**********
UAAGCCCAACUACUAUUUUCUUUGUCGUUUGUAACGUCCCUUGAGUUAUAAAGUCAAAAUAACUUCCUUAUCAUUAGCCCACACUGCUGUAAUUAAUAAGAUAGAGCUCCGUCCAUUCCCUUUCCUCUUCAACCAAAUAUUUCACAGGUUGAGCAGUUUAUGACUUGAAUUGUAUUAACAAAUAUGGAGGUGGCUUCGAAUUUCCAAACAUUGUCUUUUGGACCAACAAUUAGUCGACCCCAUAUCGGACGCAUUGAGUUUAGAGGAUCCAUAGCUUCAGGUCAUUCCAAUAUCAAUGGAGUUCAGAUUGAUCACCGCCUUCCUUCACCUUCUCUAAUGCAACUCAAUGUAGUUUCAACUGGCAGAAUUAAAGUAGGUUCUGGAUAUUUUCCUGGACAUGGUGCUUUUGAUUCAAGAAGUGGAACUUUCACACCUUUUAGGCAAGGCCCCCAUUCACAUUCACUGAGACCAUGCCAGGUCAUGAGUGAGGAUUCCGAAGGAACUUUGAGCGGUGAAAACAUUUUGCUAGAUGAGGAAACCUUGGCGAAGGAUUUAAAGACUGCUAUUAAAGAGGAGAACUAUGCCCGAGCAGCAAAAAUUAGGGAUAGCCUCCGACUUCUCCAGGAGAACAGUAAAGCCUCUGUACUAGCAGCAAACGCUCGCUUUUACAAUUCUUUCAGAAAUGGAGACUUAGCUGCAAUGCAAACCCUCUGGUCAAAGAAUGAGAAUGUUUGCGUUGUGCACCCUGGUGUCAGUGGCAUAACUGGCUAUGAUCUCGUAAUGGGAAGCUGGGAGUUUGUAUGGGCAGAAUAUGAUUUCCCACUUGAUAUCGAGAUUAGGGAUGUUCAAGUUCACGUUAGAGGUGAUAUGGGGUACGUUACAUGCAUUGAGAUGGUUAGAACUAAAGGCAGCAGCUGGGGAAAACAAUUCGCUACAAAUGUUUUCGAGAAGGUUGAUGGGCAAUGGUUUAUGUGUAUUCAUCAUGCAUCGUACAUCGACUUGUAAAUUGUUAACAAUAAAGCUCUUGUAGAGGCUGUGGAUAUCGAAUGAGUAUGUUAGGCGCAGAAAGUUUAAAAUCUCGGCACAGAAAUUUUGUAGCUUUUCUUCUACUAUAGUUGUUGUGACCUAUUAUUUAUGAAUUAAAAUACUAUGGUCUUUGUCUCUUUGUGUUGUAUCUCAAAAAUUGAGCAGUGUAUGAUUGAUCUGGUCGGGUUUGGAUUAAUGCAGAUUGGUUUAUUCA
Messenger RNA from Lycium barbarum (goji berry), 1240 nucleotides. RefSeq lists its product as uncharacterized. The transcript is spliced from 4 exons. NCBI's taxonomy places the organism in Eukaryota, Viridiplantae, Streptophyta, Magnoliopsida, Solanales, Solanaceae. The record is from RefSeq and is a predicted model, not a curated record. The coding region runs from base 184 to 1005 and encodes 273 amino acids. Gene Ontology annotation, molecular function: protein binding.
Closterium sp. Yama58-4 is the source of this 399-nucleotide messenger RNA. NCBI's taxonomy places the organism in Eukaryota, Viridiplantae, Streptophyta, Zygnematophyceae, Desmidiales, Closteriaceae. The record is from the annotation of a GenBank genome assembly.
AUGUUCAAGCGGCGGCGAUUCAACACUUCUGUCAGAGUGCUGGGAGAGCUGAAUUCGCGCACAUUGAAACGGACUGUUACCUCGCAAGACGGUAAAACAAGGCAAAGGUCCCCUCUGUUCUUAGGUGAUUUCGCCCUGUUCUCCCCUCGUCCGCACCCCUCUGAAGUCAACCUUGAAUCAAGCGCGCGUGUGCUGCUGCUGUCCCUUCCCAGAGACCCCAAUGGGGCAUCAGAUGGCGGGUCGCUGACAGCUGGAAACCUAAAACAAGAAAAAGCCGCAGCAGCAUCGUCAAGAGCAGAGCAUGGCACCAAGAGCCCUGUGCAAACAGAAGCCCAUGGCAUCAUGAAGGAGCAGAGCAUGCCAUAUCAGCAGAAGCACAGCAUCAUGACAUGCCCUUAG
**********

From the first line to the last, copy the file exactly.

UAAGCCCAACUACUAUUUUCUUUGUCGUUUGUAACGUCCCUUGAGUUAUAAAGUCAAAAUAACUUCCUUAUCAUUAGCCCACACUGCUGUAAUUAAUAAGAUAGAGCUCCGUCCAUUCCCUUUCCUCUUCAACCAAAUAUUUCACAGGUUGAGCAGUUUAUGACUUGAAUUGUAUUAACAAAUAUGGAGGUGGCUUCGAAUUUCCAAACAUUGUCUUUUGGACCAACAAUUAGUCGACCCCAUAUCGGACGCAUUGAGUUUAGAGGAUCCAUAGCUUCAGGUCAUUCCAAUAUCAAUGGAGUUCAGAUUGAUCACCGCCUUCCUUCACCUUCUCUAAUGCAACUCAAUGUAGUUUCAACUGGCAGAAUUAAAGUAGGUUCUGGAUAUUUUCCUGGACAUGGUGCUUUUGAUUCAAGAAGUGGAACUUUCACACCUUUUAGGCAAGGCCCCCAUUCACAUUCACUGAGACCAUGCCAGGUCAUGAGUGAGGAUUCCGAAGGAACUUUGAGCGGUGAAAACAUUUUGCUAGAUGAGGAAACCUUGGCGAAGGAUUUAAAGACUGCUAUUAAAGAGGAGAACUAUGCCCGAGCAGCAAAAAUUAGGGAUAGCCUCCGACUUCUCCAGGAGAACAGUAAAGCCUCUGUACUAGCAGCAAACGCUCGCUUUUACAAUUCUUUCAGAAAUGGAGACUUAGCUGCAAUGCAAACCCUCUGGUCAAAGAAUGAGAAUGUUUGCGUUGUGCACCCUGGUGUCAGUGGCAUAACUGGCUAUGAUCUCGUAAUGGGAAGCUGGGAGUUUGUAUGGGCAGAAUAUGAUUUCCCACUUGAUAUCGAGAUUAGGGAUGUUCAAGUUCACGUUAGAGGUGAUAUGGGGUACGUUACAUGCAUUGAGAUGGUUAGAACUAAAGGCAGCAGCUGGGGAAAACAAUUCGCUACAAAUGUUUUCGAGAAGGUUGAUGGGCAAUGGUUUAUGUGUAUUCAUCAUGCAUCGUACAUCGACUUGUAAAUUGUUAACAAUAAAGCUCUUGUAGAGGCUGUGGAUAUCGAAUGAGUAUGUUAGGCGCAGAAAGUUUAAAAUCUCGGCACAGAAAUUUUGUAGCUUUUCUUCUACUAUAGUUGUUGUGACCUAUUAUUUAUGAAUUAAAAUACUAUGGUCUUUGUCUCUUUGUGUUGUAUCUCAAAAAUUGAGCAGUGUAUGAUUGAUCUGGUCGGGUUUGGAUUAAUGCAGAUUGGUUUAUUCA
Messenger RNA from Lycium barbarum (goji berry), 1240 nucleotides. RefSeq lists its product as uncharacterized. The transcript is spliced from 4 exons. NCBI's taxonomy places the organism in Eukaryota, Viridiplantae, Streptophyta, Magnoliopsida, Solanales, Solanaceae. The record is from RefSeq and is a predicted model, not a curated record. The coding region runs from base 184 to 1005 and encodes 273 amino acids. Gene Ontology annotation, molecular function: protein binding.
Closterium sp. Yama58-4 is the source of this 399-nucleotide messenger RNA. NCBI's taxonomy places the organism in Eukaryota, Viridiplantae, Streptophyta, Zygnematophyceae, Desmidiales, Closteriaceae. The record is from the annotation of a GenBank genome assembly.
AUGUUCAAGCGGCGGCGAUUCAACACUUCUGUCAGAGUGCUGGGAGAGCUGAAUUCGCGCACAUUGAAACGGACUGUUACCUCGCAAGACGGUAAAACAAGGCAAAGGUCCCCUCUGUUCUUAGGUGAUUUCGCCCUGUUCUCCCCUCGUCCGCACCCCUCUGAAGUCAACCUUGAAUCAAGCGCGCGUGUGCUGCUGCUGUCCCUUCCCAGAGACCCCAAUGGGGCAUCAGAUGGCGGGUCGCUGACAGCUGGAAACCUAAAACAAGAAAAAGCCGCAGCAGCAUCGUCAAGAGCAGAGCAUGGCACCAAGAGCCCUGUGCAAACAGAAGCCCAUGGCAUCAUGAAGGAGCAGAGCAUGCCAUAUCAGCAGAAGCACAGCAUCAUGACAUGCCCUUAG